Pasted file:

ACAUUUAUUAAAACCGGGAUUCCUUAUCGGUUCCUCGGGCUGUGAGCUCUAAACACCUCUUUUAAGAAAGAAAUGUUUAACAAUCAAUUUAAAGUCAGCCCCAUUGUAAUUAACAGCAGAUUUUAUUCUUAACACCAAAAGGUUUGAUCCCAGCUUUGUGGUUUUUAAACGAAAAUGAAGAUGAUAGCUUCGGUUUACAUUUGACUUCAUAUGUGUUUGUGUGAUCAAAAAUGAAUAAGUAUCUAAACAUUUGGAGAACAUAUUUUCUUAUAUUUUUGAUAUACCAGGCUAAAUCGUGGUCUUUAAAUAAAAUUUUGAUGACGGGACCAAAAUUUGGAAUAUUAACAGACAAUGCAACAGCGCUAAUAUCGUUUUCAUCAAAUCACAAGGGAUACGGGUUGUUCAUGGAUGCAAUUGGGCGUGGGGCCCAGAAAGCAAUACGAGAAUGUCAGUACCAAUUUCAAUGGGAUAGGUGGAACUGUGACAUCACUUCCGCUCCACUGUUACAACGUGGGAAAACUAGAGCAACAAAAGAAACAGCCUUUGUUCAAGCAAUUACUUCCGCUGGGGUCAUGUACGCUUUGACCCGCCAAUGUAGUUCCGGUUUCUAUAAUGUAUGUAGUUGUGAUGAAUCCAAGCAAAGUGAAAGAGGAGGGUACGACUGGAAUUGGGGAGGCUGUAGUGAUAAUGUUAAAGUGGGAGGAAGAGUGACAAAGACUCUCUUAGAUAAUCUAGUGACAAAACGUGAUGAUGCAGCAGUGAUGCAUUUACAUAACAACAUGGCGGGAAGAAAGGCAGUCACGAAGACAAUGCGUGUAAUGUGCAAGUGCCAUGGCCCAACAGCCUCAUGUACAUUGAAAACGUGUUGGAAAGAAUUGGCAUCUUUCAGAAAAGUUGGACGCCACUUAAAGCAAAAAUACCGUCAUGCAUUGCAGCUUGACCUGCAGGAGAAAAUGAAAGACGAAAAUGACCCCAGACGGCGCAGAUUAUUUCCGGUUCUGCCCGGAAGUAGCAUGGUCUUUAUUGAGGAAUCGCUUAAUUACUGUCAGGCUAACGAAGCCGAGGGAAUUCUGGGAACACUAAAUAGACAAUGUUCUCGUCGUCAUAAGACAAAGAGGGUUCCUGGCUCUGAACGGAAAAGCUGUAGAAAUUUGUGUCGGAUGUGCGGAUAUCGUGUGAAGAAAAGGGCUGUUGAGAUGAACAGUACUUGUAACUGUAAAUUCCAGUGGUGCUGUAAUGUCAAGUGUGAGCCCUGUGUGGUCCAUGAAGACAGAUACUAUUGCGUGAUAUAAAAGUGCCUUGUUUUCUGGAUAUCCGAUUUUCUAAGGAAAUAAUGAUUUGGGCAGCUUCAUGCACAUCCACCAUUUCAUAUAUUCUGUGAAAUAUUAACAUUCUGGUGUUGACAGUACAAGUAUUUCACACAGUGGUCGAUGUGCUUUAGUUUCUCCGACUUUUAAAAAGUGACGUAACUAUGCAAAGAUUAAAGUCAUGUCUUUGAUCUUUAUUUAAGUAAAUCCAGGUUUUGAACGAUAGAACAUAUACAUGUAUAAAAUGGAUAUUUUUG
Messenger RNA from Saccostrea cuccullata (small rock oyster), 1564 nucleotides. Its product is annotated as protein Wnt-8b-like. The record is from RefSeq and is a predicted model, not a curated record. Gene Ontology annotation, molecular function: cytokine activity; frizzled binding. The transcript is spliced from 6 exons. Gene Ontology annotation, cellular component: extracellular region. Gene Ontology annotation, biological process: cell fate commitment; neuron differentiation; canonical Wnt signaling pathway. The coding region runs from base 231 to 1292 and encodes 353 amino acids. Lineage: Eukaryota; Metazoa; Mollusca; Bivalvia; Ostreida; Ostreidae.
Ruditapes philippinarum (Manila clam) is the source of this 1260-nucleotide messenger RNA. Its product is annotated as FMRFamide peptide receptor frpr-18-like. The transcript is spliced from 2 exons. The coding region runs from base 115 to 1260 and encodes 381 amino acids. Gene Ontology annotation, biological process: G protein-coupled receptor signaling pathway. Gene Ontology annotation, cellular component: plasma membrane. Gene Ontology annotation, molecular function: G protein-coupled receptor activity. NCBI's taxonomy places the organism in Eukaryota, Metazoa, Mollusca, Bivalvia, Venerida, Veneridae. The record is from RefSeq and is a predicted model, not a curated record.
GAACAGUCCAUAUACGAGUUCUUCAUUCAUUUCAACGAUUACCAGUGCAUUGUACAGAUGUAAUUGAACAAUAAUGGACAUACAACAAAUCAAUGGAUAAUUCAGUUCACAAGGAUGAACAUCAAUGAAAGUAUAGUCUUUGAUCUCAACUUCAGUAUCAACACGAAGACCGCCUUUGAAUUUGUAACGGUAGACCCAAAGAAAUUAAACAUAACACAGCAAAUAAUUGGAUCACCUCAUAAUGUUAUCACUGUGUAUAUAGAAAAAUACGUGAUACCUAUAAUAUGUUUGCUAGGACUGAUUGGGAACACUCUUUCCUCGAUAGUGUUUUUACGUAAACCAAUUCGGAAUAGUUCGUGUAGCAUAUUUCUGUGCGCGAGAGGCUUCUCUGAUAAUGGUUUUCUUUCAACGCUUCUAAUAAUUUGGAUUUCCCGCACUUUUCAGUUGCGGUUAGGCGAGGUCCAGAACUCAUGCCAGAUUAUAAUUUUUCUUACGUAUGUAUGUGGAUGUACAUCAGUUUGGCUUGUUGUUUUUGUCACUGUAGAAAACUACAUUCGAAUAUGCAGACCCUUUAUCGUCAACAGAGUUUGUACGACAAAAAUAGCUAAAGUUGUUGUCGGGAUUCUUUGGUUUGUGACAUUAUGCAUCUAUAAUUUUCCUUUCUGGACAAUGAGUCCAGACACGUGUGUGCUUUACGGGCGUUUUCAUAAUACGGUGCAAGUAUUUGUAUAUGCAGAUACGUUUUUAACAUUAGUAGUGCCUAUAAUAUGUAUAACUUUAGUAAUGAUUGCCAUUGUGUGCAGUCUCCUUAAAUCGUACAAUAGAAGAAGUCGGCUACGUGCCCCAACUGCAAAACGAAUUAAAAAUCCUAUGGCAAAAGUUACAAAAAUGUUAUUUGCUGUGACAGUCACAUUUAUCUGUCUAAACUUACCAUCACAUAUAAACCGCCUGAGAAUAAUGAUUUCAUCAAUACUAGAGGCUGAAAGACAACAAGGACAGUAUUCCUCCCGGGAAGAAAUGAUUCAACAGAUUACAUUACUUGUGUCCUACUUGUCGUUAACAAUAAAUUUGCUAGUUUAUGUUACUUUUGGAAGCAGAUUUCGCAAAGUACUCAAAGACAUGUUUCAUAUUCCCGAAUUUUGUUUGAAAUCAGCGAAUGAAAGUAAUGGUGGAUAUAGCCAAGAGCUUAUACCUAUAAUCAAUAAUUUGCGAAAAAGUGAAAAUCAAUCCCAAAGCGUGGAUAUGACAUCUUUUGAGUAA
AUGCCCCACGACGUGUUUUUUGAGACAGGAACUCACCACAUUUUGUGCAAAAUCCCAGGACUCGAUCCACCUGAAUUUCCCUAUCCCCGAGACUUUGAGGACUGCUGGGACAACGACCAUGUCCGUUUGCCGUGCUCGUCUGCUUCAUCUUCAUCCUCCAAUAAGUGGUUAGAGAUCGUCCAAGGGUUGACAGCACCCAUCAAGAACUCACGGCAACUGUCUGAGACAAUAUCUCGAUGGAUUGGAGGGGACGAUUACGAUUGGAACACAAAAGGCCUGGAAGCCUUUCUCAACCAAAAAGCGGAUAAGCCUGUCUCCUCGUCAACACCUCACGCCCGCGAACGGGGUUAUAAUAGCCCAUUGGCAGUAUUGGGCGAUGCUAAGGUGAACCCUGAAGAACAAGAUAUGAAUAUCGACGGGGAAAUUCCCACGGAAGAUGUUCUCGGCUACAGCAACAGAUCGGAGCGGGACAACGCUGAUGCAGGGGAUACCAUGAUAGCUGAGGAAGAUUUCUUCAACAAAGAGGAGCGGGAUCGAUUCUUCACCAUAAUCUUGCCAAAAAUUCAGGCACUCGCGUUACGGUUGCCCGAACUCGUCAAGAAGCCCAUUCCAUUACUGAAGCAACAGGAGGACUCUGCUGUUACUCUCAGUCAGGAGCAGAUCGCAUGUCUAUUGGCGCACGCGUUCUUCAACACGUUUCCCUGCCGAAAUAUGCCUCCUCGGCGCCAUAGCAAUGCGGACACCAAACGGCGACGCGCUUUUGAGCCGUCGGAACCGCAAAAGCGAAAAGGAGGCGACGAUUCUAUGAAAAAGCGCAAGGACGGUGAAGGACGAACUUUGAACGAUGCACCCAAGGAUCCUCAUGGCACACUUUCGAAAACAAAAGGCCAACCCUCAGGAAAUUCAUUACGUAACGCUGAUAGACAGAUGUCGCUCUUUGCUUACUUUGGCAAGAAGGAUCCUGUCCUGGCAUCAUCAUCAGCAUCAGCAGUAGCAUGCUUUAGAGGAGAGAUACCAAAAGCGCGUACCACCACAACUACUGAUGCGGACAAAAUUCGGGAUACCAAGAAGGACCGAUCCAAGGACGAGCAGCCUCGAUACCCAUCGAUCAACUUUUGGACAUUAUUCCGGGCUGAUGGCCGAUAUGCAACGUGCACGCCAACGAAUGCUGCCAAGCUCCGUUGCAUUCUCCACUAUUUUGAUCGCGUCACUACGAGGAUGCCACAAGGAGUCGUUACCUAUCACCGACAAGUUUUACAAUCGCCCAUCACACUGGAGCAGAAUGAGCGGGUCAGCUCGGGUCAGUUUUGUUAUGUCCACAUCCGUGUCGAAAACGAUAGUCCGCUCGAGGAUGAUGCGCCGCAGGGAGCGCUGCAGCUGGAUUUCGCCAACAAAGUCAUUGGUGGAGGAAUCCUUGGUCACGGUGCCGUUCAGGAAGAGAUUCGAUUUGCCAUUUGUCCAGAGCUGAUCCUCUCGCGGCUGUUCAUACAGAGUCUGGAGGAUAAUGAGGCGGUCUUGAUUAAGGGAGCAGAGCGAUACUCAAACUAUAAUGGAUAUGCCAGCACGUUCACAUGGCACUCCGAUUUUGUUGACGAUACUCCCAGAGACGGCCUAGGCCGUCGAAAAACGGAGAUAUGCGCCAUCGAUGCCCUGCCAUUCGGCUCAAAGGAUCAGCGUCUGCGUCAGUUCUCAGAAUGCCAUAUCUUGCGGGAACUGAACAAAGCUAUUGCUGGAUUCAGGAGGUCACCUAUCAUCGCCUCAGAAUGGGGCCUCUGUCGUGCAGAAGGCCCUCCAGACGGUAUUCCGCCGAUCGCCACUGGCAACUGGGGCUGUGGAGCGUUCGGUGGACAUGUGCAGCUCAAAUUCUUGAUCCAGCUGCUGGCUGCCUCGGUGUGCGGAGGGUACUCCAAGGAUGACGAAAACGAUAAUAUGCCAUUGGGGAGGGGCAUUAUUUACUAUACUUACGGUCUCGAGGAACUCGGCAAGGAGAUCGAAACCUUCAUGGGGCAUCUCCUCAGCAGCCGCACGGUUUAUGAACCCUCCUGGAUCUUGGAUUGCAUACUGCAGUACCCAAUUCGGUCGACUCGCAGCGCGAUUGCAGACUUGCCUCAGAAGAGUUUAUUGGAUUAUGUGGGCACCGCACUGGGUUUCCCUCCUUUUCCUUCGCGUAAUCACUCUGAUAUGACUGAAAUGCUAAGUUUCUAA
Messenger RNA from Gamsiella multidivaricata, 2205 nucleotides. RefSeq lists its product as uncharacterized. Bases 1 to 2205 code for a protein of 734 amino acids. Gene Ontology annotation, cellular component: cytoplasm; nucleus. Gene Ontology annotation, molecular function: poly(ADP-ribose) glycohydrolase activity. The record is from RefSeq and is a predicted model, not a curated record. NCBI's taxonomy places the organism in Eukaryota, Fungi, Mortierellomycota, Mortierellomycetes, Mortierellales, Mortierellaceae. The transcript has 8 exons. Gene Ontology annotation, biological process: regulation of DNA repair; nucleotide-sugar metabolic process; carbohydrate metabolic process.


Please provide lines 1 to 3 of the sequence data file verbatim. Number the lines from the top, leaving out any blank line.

ACAUUUAUUAAAACCGGGAUUCCUUAUCGGUUCCUCGGGCUGUGAGCUCUAAACACCUCUUUUAAGAAAGAAAUGUUUAACAAUCAAUUUAAAGUCAGCCCCAUUGUAAUUAACAGCAGAUUUUAUUCUUAACACCAAAAGGUUUGAUCCCAGCUUUGUGGUUUUUAAACGAAAAUGAAGAUGAUAGCUUCGGUUUACAUUUGACUUCAUAUGUGUUUGUGUGAUCAAAAAUGAAUAAGUAUCUAAACAUUUGGAGAACAUAUUUUCUUAUAUUUUUGAUAUACCAGGCUAAAUCGUGGUCUUUAAAUAAAAUUUUGAUGACGGGACCAAAAUUUGGAAUAUUAACAGACAAUGCAACAGCGCUAAUAUCGUUUUCAUCAAAUCACAAGGGAUACGGGUUGUUCAUGGAUGCAAUUGGGCGUGGGGCCCAGAAAGCAAUACGAGAAUGUCAGUACCAAUUUCAAUGGGAUAGGUGGAACUGUGACAUCACUUCCGCUCCACUGUUACAACGUGGGAAAACUAGAGCAACAAAAGAAACAGCCUUUGUUCAAGCAAUUACUUCCGCUGGGGUCAUGUACGCUUUGACCCGCCAAUGUAGUUCCGGUUUCUAUAAUGUAUGUAGUUGUGAUGAAUCCAAGCAAAGUGAAAGAGGAGGGUACGACUGGAAUUGGGGAGGCUGUAGUGAUAAUGUUAAAGUGGGAGGAAGAGUGACAAAGACUCUCUUAGAUAAUCUAGUGACAAAACGUGAUGAUGCAGCAGUGAUGCAUUUACAUAACAACAUGGCGGGAAGAAAGGCAGUCACGAAGACAAUGCGUGUAAUGUGCAAGUGCCAUGGCCCAACAGCCUCAUGUACAUUGAAAACGUGUUGGAAAGAAUUGGCAUCUUUCAGAAAAGUUGGACGCCACUUAAAGCAAAAAUACCGUCAUGCAUUGCAGCUUGACCUGCAGGAGAAAAUGAAAGACGAAAAUGACCCCAGACGGCGCAGAUUAUUUCCGGUUCUGCCCGGAAGUAGCAUGGUCUUUAUUGAGGAAUCGCUUAAUUACUGUCAGGCUAACGAAGCCGAGGGAAUUCUGGGAACACUAAAUAGACAAUGUUCUCGUCGUCAUAAGACAAAGAGGGUUCCUGGCUCUGAACGGAAAAGCUGUAGAAAUUUGUGUCGGAUGUGCGGAUAUCGUGUGAAGAAAAGGGCUGUUGAGAUGAACAGUACUUGUAACUGUAAAUUCCAGUGGUGCUGUAAUGUCAAGUGUGAGCCCUGUGUGGUCCAUGAAGACAGAUACUAUUGCGUGAUAUAAAAGUGCCUUGUUUUCUGGAUAUCCGAUUUUCUAAGGAAAUAAUGAUUUGGGCAGCUUCAUGCACAUCCACCAUUUCAUAUAUUCUGUGAAAUAUUAACAUUCUGGUGUUGACAGUACAAGUAUUUCACACAGUGGUCGAUGUGCUUUAGUUUCUCCGACUUUUAAAAAGUGACGUAACUAUGCAAAGAUUAAAGUCAUGUCUUUGAUCUUUAUUUAAGUAAAUCCAGGUUUUGAACGAUAGAACAUAUACAUGUAUAAAAUGGAUAUUUUUG
Messenger RNA from Saccostrea cuccullata (small rock oyster), 1564 nucleotides. Its product is annotated as protein Wnt-8b-like. The record is from RefSeq and is a predicted model, not a curated record. Gene Ontology annotation, molecular function: cytokine activity; frizzled binding. The transcript is spliced from 6 exons. Gene Ontology annotation, cellular component: extracellular region. Gene Ontology annotation, biological process: cell fate commitment; neuron differentiation; canonical Wnt signaling pathway. The coding region runs from base 231 to 1292 and encodes 353 amino acids. Lineage: Eukaryota; Metazoa; Mollusca; Bivalvia; Ostreida; Ostreidae.
Ruditapes philippinarum (Manila clam) is the source of this 1260-nucleotide messenger RNA. Its product is annotated as FMRFamide peptide receptor frpr-18-like. The transcript is spliced from 2 exons. The coding region runs from base 115 to 1260 and encodes 381 amino acids. Gene Ontology annotation, biological process: G protein-coupled receptor signaling pathway. Gene Ontology annotation, cellular component: plasma membrane. Gene Ontology annotation, molecular function: G protein-coupled receptor activity. NCBI's taxonomy places the organism in Eukaryota, Metazoa, Mollusca, Bivalvia, Venerida, Veneridae. The record is from RefSeq and is a predicted model, not a curated record.